“I hope that as Lindy Hop continues to grow and spread, one day, each dancers will take the time to listen to what Frankie had to share. Things that are not found in Hellzapoppin or on his teaching videos.”
Frankie Manning will always be considered as the great inspiration for the Lindy Hop. He was an incredible source of stories, techniques and connection. But how many people do you know who have had contact with this dancer so important and beloved; who learned from him; who listened to his “secrets?” The scene keeps growing and, with it, more and more hoppers appear in the world. But proportionally the number of people who met Frankie Manning is getting smaller.
“Frankie Moves,” designed by Sing Lim, is a project with the goal of celebrating our embassador through important figures who had the privilege of dancing with and learning from him. The idea is to revive little memories that inspired those dancer in their direct relationship with Frankie.
“I started the project in Herrang (in 2015) and I wanted to start with dancers who were particularly close to Frankie. (…) The dancers were wonderful and were super cooperative. I think they recognised that I was very sincere in trying to honour Frankie.”
Sing was born in Singapore and lived in London between 1984 and 1994. It was there that she learned Lindy Hop with Ryan Francoisa and met Frankie, when he was invited to collaborate with the “Zoots and Spangles,” a group led by Ryan.
“I realized how much lindy hop has changed my life and I see how it really affects the people that are drawn to it. This inspires me to want to share some of my experience and especially to remind people about the roots and beginning of the dance.”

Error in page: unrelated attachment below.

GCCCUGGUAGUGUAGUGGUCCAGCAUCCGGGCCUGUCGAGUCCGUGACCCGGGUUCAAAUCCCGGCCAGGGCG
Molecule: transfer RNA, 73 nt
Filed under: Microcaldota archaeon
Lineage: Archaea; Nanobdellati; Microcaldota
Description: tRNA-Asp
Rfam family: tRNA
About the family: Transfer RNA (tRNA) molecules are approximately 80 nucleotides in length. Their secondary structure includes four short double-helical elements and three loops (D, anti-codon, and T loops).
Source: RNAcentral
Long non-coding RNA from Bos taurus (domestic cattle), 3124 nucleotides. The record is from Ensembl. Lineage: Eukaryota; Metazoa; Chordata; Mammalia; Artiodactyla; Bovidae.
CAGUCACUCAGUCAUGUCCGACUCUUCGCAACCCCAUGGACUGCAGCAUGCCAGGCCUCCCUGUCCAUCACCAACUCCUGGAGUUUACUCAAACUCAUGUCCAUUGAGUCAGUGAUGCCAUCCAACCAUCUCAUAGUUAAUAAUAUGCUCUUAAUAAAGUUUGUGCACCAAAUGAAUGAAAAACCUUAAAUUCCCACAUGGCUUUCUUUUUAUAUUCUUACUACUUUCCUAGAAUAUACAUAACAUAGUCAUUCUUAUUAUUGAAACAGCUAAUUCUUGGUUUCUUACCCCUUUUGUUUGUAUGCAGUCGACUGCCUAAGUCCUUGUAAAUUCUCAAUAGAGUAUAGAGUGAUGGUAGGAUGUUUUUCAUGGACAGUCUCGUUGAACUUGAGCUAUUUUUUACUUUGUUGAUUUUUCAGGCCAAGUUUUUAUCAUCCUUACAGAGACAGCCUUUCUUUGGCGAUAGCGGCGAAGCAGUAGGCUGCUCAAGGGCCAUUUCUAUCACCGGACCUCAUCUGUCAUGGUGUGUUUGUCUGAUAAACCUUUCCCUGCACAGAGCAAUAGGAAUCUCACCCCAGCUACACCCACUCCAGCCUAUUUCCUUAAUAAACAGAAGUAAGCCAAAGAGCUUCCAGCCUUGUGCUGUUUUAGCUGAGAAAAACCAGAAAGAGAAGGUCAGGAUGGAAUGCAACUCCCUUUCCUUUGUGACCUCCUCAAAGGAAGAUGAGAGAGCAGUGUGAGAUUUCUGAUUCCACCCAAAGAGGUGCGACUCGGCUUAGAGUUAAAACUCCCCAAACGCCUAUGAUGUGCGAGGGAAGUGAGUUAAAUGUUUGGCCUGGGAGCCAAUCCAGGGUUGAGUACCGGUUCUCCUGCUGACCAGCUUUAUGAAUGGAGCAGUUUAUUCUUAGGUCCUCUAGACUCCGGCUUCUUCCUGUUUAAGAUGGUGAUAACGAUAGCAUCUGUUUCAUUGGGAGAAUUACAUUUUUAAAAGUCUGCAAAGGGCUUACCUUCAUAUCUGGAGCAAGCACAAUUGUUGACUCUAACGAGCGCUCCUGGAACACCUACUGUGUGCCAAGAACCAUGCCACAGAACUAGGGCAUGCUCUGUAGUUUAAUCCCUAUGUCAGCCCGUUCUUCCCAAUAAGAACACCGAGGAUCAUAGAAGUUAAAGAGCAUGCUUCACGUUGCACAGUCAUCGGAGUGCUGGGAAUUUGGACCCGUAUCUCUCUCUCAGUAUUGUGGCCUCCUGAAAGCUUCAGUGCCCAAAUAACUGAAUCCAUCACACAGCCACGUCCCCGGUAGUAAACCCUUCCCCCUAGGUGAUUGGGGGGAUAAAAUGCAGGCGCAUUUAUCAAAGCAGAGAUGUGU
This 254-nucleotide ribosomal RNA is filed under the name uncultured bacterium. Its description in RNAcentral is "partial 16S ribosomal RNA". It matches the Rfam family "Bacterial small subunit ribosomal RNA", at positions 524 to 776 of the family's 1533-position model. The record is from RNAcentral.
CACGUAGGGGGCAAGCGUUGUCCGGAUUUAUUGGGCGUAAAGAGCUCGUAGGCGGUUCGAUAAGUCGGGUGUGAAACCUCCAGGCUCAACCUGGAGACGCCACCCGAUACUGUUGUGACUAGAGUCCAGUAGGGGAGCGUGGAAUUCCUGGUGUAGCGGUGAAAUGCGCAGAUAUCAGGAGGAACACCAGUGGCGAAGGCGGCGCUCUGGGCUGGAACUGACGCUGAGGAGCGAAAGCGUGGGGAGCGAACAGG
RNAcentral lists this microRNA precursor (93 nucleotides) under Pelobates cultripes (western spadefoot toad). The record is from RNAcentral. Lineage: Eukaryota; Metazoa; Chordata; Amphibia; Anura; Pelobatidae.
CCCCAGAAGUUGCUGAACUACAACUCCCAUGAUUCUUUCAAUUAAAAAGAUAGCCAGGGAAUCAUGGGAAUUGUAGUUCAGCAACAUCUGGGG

The first interviews were with Ramona, Ryan and Lennart, and Sing used this material so that the next guests could watch them and understand what the project was about. The video was divided into two parts: the first with a brief story about how the dancer had met Frankie — or what their relationship was like — and the second with a demonstration of a remarkable move that they had learned from Frankie. The goal was to create simple videos, since the content itself was enough to attract interest: “So it’s quick and from the heart.”
“Frankie meant a lot personally to them. He was either a friend or an inspiration. It sets the perspective for the whole series. The Lindy Hop step is what links us to Frankie mainly.”
The videos — recorded by Sing herself with her cell phone — are, on average, two minutes long. Because she had already worked with advertising, Sing understands the importance and the caution with aspects like light, sound and editing. As well as the strength of video recording: “To share videos is a quick way to make people interested in a specific content.” Considering it would receive views from different countries, Sing decided to include subtitles in the videos, which was a laborious and time-consuming task.
The project receive support from the Frankie Manning Foundation for its distribution and the videos are still up on the website; but, since there were many other projects, Frankie Moves was not a “great hit with the public.” Sing intends to keep doing the videos as she meets new dancers she would like to interview. Even without the goal of making the project known worldwide, she encourages every hopper to take part in it.
“I would be really happy if the project grows and people are inspired to record their own videos to remember something that they have learnt from Frankie, be it directly from him or indirectly from their teacher or from a film.”